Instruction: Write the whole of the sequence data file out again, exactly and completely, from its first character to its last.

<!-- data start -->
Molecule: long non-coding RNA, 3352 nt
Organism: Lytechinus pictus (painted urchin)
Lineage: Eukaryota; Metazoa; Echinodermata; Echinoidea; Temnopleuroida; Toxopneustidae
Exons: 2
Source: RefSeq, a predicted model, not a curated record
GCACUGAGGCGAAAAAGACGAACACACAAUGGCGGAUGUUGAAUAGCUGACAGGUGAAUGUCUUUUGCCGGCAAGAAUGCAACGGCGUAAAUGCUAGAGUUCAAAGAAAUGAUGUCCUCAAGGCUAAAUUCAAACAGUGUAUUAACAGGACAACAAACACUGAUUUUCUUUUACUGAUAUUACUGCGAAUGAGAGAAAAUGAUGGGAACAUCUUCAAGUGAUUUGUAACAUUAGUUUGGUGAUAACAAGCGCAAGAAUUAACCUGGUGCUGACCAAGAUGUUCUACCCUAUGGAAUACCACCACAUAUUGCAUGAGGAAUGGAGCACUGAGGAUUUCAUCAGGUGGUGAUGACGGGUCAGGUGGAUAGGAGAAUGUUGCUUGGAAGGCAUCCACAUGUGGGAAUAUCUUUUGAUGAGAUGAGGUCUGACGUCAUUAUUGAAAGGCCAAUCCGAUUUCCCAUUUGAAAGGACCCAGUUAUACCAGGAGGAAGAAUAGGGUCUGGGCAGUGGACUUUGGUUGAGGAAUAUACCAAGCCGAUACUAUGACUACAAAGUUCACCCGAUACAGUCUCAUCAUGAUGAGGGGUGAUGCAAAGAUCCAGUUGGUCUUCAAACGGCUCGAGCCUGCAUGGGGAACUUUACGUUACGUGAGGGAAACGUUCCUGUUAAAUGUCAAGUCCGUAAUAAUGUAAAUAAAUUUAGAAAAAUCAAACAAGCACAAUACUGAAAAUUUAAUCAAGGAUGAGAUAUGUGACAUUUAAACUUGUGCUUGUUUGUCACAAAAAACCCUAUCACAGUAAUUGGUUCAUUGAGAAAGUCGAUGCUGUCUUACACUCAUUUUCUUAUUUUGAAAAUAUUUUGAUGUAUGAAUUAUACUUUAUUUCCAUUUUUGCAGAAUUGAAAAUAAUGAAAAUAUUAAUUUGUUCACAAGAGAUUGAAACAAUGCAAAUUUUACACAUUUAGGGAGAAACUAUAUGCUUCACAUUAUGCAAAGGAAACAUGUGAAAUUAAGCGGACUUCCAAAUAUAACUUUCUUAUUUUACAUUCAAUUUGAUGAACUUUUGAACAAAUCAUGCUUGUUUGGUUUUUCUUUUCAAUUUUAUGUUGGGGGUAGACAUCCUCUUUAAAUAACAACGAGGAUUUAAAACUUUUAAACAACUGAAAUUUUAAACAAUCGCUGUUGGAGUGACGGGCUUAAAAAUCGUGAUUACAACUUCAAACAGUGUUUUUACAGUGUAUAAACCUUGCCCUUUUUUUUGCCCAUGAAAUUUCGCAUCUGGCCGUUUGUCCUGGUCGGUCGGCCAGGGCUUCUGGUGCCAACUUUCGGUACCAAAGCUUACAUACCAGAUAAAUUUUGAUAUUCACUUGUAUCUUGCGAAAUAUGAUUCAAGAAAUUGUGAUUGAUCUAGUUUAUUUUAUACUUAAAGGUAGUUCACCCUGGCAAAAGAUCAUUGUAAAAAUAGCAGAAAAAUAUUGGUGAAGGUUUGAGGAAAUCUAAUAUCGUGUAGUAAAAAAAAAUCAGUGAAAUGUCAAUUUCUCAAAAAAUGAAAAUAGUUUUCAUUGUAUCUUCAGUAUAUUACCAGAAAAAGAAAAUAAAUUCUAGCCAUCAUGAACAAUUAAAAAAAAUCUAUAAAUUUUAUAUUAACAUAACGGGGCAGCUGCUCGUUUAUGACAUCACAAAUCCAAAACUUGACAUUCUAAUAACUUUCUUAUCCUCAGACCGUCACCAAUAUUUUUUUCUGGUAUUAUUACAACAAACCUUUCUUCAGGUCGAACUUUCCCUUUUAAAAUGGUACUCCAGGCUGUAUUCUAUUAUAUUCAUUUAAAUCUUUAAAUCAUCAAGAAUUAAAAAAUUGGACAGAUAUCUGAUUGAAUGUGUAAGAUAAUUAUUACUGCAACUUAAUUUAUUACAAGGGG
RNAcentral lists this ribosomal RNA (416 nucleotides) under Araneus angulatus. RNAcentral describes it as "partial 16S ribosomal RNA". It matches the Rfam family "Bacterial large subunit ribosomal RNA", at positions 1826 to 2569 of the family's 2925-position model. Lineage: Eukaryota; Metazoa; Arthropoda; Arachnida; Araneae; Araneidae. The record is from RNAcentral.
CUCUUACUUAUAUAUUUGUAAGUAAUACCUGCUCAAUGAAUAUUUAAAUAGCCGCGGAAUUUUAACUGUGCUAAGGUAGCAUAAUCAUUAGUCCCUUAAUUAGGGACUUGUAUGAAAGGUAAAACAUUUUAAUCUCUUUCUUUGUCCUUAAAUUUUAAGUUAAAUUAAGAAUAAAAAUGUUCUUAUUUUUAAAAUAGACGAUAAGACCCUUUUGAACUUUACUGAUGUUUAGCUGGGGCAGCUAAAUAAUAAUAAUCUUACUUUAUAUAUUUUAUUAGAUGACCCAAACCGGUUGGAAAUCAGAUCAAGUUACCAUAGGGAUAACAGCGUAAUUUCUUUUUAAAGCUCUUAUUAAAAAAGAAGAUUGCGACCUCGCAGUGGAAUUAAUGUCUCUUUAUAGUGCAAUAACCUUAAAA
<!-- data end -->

Molecule: long non-coding RNA, 3352 nt
Organism: Lytechinus pictus (painted urchin)
Lineage: Eukaryota; Metazoa; Echinodermata; Echinoidea; Temnopleuroida; Toxopneustidae
Exons: 2
Source: RefSeq, a predicted model, not a curated record
GCACUGAGGCGAAAAAGACGAACACACAAUGGCGGAUGUUGAAUAGCUGACAGGUGAAUGUCUUUUGCCGGCAAGAAUGCAACGGCGUAAAUGCUAGAGUUCAAAGAAAUGAUGUCCUCAAGGCUAAAUUCAAACAGUGUAUUAACAGGACAACAAACACUGAUUUUCUUUUACUGAUAUUACUGCGAAUGAGAGAAAAUGAUGGGAACAUCUUCAAGUGAUUUGUAACAUUAGUUUGGUGAUAACAAGCGCAAGAAUUAACCUGGUGCUGACCAAGAUGUUCUACCCUAUGGAAUACCACCACAUAUUGCAUGAGGAAUGGAGCACUGAGGAUUUCAUCAGGUGGUGAUGACGGGUCAGGUGGAUAGGAGAAUGUUGCUUGGAAGGCAUCCACAUGUGGGAAUAUCUUUUGAUGAGAUGAGGUCUGACGUCAUUAUUGAAAGGCCAAUCCGAUUUCCCAUUUGAAAGGACCCAGUUAUACCAGGAGGAAGAAUAGGGUCUGGGCAGUGGACUUUGGUUGAGGAAUAUACCAAGCCGAUACUAUGACUACAAAGUUCACCCGAUACAGUCUCAUCAUGAUGAGGGGUGAUGCAAAGAUCCAGUUGGUCUUCAAACGGCUCGAGCCUGCAUGGGGAACUUUACGUUACGUGAGGGAAACGUUCCUGUUAAAUGUCAAGUCCGUAAUAAUGUAAAUAAAUUUAGAAAAAUCAAACAAGCACAAUACUGAAAAUUUAAUCAAGGAUGAGAUAUGUGACAUUUAAACUUGUGCUUGUUUGUCACAAAAAACCCUAUCACAGUAAUUGGUUCAUUGAGAAAGUCGAUGCUGUCUUACACUCAUUUUCUUAUUUUGAAAAUAUUUUGAUGUAUGAAUUAUACUUUAUUUCCAUUUUUGCAGAAUUGAAAAUAAUGAAAAUAUUAAUUUGUUCACAAGAGAUUGAAACAAUGCAAAUUUUACACAUUUAGGGAGAAACUAUAUGCUUCACAUUAUGCAAAGGAAACAUGUGAAAUUAAGCGGACUUCCAAAUAUAACUUUCUUAUUUUACAUUCAAUUUGAUGAACUUUUGAACAAAUCAUGCUUGUUUGGUUUUUCUUUUCAAUUUUAUGUUGGGGGUAGACAUCCUCUUUAAAUAACAACGAGGAUUUAAAACUUUUAAACAACUGAAAUUUUAAACAAUCGCUGUUGGAGUGACGGGCUUAAAAAUCGUGAUUACAACUUCAAACAGUGUUUUUACAGUGUAUAAACCUUGCCCUUUUUUUUGCCCAUGAAAUUUCGCAUCUGGCCGUUUGUCCUGGUCGGUCGGCCAGGGCUUCUGGUGCCAACUUUCGGUACCAAAGCUUACAUACCAGAUAAAUUUUGAUAUUCACUUGUAUCUUGCGAAAUAUGAUUCAAGAAAUUGUGAUUGAUCUAGUUUAUUUUAUACUUAAAGGUAGUUCACCCUGGCAAAAGAUCAUUGUAAAAAUAGCAGAAAAAUAUUGGUGAAGGUUUGAGGAAAUCUAAUAUCGUGUAGUAAAAAAAAAUCAGUGAAAUGUCAAUUUCUCAAAAAAUGAAAAUAGUUUUCAUUGUAUCUUCAGUAUAUUACCAGAAAAAGAAAAUAAAUUCUAGCCAUCAUGAACAAUUAAAAAAAAUCUAUAAAUUUUAUAUUAACAUAACGGGGCAGCUGCUCGUUUAUGACAUCACAAAUCCAAAACUUGACAUUCUAAUAACUUUCUUAUCCUCAGACCGUCACCAAUAUUUUUUUCUGGUAUUAUUACAACAAACCUUUCUUCAGGUCGAACUUUCCCUUUUAAAAUGGUACUCCAGGCUGUAUUCUAUUAUAUUCAUUUAAAUCUUUAAAUCAUCAAGAAUUAAAAAAUUGGACAGAUAUCUGAUUGAAUGUGUAAGAUAAUUAUUACUGCAACUUAAUUUAUUACAAGGGG
RNAcentral lists this ribosomal RNA (416 nucleotides) under Araneus angulatus. RNAcentral describes it as "partial 16S ribosomal RNA". It matches the Rfam family "Bacterial large subunit ribosomal RNA", at positions 1826 to 2569 of the family's 2925-position model. Lineage: Eukaryota; Metazoa; Arthropoda; Arachnida; Araneae; Araneidae. The record is from RNAcentral.
CUCUUACUUAUAUAUUUGUAAGUAAUACCUGCUCAAUGAAUAUUUAAAUAGCCGCGGAAUUUUAACUGUGCUAAGGUAGCAUAAUCAUUAGUCCCUUAAUUAGGGACUUGUAUGAAAGGUAAAACAUUUUAAUCUCUUUCUUUGUCCUUAAAUUUUAAGUUAAAUUAAGAAUAAAAAUGUUCUUAUUUUUAAAAUAGACGAUAAGACCCUUUUGAACUUUACUGAUGUUUAGCUGGGGCAGCUAAAUAAUAAUAAUCUUACUUUAUAUAUUUUAUUAGAUGACCCAAACCGGUUGGAAAUCAGAUCAAGUUACCAUAGGGAUAACAGCGUAAUUUCUUUUUAAAGCUCUUAUUAAAAAAGAAGAUUGCGACCUCGCAGUGGAAUUAAUGUCUCUUUAUAGUGCAAUAACCUUAAAA